“Unless they can turn into fish, the prisoners won’t swim far before the pressure crushes them,” Ryan said. “We can try to rehabilitate people before putting them six feet under, Glass Cowboy.”
“Even Adam the Ogre?” Shroud deadpanned.
“Now, don’t be silly. Whalie will be extradited to Monaco.” With luck, the staff would appropriately eat him and call it karma.
“Psychos cannot be cured,” the vigilante said, before crossing his arms in doubt. Perhaps he had guessed Ryan had a plan to change that, though he couldn’t tell just yet. “Unless you can pull off a miracle.”
“I’m… I’m not so sure either, Riri,” Len said. “But… well, imprisonment is always better than killing. That won’t change.”
Shroud suddenly turned invisible much to the Panda’s surprise, as the sound of a new car echoed in the distance.
Livia’s group arrived in a platinum version of Pluto’s Lamborghini driven by Cancel. Livia and Fortuna sat at the back. The former wore her Queen Crimson costume, without the helmet but with a new, white cat-themed necktie; the latter used a tight, white latex catsuit that only enhanced her curvaceous form and meshed well with her golden hair.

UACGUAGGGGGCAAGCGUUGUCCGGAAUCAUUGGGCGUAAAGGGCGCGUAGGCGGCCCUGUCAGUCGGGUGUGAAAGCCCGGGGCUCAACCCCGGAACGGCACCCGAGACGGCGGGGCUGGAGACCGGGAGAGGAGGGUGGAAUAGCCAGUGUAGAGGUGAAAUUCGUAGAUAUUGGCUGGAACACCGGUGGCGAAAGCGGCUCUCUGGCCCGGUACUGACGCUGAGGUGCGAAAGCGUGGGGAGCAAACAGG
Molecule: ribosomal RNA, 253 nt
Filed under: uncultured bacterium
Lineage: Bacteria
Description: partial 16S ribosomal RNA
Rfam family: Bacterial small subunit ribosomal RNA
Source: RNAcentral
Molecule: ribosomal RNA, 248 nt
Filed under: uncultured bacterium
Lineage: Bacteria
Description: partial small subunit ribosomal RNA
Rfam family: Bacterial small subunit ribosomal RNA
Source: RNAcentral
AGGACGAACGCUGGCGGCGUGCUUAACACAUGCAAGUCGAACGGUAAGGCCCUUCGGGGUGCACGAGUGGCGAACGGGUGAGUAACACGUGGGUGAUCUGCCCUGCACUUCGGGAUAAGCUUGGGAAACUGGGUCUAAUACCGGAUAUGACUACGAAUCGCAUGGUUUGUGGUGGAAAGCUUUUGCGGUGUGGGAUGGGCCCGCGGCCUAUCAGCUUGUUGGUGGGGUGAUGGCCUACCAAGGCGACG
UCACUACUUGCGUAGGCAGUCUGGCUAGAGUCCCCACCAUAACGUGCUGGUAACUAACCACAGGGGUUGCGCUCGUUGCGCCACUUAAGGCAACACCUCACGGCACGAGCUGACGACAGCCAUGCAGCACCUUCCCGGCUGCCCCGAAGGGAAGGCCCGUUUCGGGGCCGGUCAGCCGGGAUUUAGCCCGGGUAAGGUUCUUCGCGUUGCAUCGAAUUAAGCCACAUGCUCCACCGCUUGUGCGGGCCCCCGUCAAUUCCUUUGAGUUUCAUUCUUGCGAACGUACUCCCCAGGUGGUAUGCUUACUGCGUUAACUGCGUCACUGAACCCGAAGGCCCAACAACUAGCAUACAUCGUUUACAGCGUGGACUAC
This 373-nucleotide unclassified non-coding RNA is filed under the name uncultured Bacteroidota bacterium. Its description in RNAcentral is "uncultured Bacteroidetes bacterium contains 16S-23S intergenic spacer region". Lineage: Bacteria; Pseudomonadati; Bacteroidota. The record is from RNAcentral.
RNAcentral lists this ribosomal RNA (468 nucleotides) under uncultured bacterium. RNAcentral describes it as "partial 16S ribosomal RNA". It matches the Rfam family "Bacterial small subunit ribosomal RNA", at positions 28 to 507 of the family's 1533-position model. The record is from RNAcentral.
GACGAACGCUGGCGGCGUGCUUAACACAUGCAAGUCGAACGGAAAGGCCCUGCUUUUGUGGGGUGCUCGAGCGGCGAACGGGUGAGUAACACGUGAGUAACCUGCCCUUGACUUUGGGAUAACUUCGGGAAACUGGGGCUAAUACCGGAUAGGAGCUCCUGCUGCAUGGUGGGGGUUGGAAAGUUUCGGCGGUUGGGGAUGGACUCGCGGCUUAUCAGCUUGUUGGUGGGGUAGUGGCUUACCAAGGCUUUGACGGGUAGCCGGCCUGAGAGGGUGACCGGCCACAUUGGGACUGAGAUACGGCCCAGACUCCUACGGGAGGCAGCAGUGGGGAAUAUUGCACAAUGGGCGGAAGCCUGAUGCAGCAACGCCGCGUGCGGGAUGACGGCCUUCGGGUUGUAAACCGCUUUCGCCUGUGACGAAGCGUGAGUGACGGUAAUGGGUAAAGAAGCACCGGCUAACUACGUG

The sight of two Genomes in fashionable costumes restored Ryan’s faith in humanity.
“Livia, Fortuna,” the courier greeted his favorite ladies as they exited the car, before waving a hand at Cancel. “Oh hi, Greta!”
“Hi, nice to meet you!” the budding sociopath replied with the same cheery tone as the courier. “So, whom do I kill today?”
“That one, Cancel,” Livia said while nodding at the unconscious Psyshock, before greeting everyone else with a warm smile. “Ryan, Len, Mr. Panda.”
“I… hello.” Len wasn’t sure how to answer. Though Ryan couldn’t see her face beneath her power armor’s helmet, she probably examined Livia with mistrust. Shroud’s disappearance didn’t help matters; considering he hadn’t turned visible again, he must have learned of Cancel’s range and stayed out of it.